Coming Together to Address Human Trafficking in Native Communities
April 26, 2017 • Jenna Novak and Lisa Heth
Indigenizing VAWA and VOCA Through Tribal Grassroots Organizing and Movement Building
May 18, 2018 • Virginia Davis, Juana Majel-Dixon, Caroline LaPorte, and Jacqueline Agtuca
This webinar will provide updates on recent VAWA reauthorization efforts and the importance of continued advocacy for a permanent VOCA fix for a dedicated tribal funding stream under the Crime Victims Fund (CVF). While a historic victory was achieved by the provision of tribal funding under the CVF in the FY 2018 Omnibus Spending Bill, the Department of Justice is pressed to award $133 million to Indian tribes before September 30, 2018. Discussion will also focus on concerns and challenges the timing of this award presents for tribes. Tribal grassroots organizing efforts have been and will continue to play a pivotal role in ensuring changes made in federal laws and policies are rooted in the needs and experiences of tribal victims/survivors and tribal governments. Please join NCAI VAW Task Force Co-Chairs and facilitators from NCAI and NIWRC for a discussion of these critically important matters, which will continue through the NCAI Violence Against Women Task Force Meeting at Midyear in Kansas City, Missouri.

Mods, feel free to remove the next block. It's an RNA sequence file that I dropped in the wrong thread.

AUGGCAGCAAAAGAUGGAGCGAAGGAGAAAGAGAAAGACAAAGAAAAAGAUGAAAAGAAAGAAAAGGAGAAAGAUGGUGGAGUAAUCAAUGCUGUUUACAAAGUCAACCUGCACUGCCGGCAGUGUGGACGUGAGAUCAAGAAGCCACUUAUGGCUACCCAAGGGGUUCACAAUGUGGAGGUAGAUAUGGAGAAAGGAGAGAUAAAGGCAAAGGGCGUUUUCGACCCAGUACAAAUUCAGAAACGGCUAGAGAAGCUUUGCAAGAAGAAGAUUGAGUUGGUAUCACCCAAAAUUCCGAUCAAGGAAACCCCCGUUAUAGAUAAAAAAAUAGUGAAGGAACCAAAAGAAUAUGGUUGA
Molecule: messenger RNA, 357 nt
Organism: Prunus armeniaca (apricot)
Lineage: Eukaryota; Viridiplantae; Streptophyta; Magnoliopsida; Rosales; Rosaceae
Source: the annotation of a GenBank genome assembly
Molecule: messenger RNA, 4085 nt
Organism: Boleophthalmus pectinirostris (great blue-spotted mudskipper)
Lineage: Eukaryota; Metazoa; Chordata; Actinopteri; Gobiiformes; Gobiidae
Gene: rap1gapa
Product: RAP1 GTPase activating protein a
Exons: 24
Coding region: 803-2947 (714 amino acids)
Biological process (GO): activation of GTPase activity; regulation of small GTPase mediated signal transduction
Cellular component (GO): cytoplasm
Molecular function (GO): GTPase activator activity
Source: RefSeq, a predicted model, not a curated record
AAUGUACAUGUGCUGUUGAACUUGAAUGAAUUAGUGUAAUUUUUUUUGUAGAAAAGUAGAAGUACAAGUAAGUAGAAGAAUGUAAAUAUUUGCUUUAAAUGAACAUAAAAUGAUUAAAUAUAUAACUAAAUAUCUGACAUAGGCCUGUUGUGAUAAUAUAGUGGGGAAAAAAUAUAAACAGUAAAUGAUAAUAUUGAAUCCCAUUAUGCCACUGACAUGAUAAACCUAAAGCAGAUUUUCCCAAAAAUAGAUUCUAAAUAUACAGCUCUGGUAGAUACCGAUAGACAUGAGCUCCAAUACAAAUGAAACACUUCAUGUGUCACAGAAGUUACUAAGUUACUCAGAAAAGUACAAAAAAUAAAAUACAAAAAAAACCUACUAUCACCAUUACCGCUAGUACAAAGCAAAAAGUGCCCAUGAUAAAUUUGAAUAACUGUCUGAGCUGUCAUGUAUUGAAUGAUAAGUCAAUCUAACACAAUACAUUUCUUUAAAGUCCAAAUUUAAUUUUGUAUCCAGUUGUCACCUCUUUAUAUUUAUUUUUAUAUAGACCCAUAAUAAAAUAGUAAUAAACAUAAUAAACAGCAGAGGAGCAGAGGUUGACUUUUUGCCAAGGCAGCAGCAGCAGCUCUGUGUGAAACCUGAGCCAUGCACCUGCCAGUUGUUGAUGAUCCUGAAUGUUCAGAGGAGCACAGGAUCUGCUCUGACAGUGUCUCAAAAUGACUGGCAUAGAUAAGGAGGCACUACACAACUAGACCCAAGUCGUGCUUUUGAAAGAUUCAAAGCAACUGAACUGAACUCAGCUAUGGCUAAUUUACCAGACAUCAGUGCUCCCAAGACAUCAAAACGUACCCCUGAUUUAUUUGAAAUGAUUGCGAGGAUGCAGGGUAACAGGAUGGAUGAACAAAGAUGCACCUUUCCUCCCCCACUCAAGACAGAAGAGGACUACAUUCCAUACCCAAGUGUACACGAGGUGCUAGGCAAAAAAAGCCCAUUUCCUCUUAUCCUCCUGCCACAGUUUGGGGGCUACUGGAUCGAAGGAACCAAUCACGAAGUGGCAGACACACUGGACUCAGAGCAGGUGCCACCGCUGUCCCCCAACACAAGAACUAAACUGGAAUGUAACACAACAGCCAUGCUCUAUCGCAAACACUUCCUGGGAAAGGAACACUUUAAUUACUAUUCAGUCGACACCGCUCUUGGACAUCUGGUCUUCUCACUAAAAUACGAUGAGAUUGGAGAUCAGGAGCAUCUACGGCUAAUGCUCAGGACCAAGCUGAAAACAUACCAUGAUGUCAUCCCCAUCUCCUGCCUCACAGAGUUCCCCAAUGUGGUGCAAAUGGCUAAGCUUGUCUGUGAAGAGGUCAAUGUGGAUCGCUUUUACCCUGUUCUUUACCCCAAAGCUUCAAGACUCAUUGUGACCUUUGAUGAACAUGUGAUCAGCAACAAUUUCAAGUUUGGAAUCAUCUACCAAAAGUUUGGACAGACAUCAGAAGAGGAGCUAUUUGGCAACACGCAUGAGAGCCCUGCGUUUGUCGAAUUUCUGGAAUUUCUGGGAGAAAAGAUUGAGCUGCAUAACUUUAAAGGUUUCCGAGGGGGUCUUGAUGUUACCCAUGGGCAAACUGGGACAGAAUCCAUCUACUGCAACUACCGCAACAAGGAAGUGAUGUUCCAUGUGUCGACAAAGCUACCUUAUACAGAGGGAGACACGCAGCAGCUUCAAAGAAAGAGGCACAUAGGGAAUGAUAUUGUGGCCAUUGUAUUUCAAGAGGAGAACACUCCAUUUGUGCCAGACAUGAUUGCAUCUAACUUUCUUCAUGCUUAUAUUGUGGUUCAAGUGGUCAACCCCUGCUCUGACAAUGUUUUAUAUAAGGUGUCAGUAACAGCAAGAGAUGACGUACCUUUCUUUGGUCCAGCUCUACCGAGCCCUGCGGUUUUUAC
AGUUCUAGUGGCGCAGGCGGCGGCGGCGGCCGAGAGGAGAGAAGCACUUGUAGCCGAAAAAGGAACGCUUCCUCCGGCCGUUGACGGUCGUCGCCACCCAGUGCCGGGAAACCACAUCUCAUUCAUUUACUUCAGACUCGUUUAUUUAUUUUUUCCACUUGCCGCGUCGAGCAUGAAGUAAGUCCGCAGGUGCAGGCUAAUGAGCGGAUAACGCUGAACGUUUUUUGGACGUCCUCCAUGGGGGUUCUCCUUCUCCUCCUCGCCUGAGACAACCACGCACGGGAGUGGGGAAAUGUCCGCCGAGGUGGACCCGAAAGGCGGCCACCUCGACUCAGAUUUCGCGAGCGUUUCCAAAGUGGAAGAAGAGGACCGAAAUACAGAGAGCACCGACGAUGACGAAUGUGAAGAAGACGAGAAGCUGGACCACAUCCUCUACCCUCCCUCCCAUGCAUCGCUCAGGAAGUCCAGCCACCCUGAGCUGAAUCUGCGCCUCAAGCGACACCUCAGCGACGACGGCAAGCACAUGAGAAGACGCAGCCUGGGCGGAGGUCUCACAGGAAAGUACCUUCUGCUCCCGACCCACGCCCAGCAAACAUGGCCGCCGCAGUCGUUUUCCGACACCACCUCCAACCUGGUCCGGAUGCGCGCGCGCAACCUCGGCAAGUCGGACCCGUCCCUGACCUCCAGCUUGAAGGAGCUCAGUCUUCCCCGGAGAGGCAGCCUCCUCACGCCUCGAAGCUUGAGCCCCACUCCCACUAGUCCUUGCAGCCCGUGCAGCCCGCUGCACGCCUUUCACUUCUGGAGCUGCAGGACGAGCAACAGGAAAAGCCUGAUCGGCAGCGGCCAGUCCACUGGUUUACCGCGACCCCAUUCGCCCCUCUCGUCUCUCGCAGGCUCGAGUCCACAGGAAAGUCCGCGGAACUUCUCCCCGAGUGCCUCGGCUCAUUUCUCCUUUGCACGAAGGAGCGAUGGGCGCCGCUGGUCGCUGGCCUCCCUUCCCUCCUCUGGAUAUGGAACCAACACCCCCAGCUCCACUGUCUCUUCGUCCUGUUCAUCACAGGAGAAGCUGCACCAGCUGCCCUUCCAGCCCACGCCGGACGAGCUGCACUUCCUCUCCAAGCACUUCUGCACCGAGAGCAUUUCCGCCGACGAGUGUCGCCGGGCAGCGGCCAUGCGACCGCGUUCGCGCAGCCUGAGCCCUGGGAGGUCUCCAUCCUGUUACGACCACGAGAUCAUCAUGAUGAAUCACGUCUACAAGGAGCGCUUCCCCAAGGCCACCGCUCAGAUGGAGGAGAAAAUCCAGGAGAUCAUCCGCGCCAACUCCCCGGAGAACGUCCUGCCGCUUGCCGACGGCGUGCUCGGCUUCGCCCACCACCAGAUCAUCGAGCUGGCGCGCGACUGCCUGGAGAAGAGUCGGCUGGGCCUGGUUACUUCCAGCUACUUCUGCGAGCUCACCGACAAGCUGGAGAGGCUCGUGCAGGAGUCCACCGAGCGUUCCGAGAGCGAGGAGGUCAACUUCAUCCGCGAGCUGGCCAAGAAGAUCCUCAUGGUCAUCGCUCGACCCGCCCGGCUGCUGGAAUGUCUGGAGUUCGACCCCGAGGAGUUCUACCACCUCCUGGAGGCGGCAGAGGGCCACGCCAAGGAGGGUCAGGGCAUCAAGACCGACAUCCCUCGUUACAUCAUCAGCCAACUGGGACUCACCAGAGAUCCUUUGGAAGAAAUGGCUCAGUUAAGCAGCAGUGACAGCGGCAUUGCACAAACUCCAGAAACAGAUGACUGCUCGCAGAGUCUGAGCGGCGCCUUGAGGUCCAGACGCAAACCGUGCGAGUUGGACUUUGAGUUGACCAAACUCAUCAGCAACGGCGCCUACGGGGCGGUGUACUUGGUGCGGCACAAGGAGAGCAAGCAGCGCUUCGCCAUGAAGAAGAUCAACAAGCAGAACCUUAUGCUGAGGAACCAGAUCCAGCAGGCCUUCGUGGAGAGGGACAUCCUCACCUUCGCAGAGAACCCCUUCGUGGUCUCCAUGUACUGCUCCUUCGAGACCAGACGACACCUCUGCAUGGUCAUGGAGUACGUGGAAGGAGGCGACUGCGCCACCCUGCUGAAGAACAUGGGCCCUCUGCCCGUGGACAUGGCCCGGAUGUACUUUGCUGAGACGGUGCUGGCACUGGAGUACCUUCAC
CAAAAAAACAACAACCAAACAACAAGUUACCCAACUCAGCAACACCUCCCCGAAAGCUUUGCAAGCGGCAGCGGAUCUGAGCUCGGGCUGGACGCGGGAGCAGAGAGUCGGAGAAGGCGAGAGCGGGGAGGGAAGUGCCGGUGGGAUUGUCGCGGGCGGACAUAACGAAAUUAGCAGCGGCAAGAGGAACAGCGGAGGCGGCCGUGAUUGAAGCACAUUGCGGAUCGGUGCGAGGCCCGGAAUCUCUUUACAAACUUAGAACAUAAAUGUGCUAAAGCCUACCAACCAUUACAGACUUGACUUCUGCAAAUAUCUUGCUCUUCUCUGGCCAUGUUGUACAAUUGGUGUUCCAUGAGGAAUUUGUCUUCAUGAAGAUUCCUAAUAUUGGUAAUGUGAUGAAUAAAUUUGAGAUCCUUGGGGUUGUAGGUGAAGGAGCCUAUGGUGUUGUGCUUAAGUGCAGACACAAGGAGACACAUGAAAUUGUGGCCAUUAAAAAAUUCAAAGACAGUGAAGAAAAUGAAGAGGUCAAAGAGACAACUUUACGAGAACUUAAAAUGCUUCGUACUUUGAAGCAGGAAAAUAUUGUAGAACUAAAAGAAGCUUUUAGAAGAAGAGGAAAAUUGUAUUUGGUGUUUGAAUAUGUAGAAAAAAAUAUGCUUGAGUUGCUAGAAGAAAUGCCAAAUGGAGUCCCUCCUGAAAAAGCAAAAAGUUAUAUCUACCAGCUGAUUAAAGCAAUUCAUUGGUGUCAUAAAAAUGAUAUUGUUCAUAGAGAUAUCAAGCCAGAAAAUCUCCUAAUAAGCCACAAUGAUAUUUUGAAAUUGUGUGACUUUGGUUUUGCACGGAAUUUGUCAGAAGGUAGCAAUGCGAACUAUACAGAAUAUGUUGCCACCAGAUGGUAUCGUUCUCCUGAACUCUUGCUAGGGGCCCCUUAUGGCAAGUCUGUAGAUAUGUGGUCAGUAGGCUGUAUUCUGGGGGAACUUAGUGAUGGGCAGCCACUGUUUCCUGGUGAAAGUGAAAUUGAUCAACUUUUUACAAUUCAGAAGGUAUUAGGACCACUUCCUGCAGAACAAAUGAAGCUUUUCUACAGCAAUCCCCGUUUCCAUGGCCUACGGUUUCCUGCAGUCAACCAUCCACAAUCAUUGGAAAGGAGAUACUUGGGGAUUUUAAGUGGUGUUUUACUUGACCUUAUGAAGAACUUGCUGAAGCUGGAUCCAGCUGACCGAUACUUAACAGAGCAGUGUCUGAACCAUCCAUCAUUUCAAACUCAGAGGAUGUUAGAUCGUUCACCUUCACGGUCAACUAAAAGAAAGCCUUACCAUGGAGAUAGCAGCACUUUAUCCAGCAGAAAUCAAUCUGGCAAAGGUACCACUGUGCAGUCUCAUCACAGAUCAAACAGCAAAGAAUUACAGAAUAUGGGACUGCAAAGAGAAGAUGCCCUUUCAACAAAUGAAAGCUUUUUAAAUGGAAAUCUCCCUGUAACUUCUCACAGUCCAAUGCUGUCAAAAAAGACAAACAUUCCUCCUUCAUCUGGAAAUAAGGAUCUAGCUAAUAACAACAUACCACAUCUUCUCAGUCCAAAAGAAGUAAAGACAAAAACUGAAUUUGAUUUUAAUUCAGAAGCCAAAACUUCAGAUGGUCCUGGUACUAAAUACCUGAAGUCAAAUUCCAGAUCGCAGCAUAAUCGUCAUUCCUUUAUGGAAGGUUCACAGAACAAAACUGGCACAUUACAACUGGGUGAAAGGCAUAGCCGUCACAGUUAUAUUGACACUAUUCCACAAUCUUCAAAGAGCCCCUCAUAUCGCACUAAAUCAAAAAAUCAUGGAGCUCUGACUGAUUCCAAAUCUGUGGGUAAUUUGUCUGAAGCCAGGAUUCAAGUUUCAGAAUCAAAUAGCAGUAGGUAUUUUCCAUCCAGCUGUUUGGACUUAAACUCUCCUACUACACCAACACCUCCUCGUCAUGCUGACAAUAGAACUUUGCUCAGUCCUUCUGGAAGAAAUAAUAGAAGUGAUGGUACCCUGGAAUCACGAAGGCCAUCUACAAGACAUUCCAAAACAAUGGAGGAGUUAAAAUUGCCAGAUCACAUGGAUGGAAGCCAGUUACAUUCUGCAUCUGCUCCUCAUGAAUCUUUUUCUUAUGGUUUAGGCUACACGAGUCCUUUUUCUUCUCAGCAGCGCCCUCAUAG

Safety for Native Women: VAWA 101 Primer
April 30, 2018 • Caroline LaPorte and Jacqueline Agtuca
In 2013, the Violence Against Women Act was reauthorized. This reauthorization included new amendments that directly impacted tribal communities and victims of domestic violence, sexual violence, dating violence and stalking. This webinar will give an overview of Title IX of the Violence Against Women Act. Facilitators, Jacqueline Agtuca and Caroline LaPorte will go through Title IX section by section to provide tribal coalitions with a foundational review of VAWA Title IX, including important consultation mandates and processes for change.
Transforming Care in Tribal Communities for Sexual Assault Survivors Through Partnership and Technol
April 18, 2018 • Joan Meunier-Sham and Carey Onsae
For many remote Indian communities, it often is difficult to create, develop and sustain trauma-informed and culturally appropriate services and resources as part of a health response for Indigenous women who have been sexually violated. Sexual assault nurse examiners (SANE) have specialized training, education, and experience in providing quality forensic medical examinations and patient-centered care to survivors. Given high medical staff turnover, it is challenging to keep SANE nurses on staff in tribal community health care facilities. Join us for this webinar to learn how the National TeleNursing Center, Hopi Health Care Center, National Indigenous Women’s Resource Center, and Hopi-Tewa Women’s Coalition to End Abuse are working effectively in partnership to respond using telemedicine to the needs of victims of sexual assault living on tribal lands with limited resources.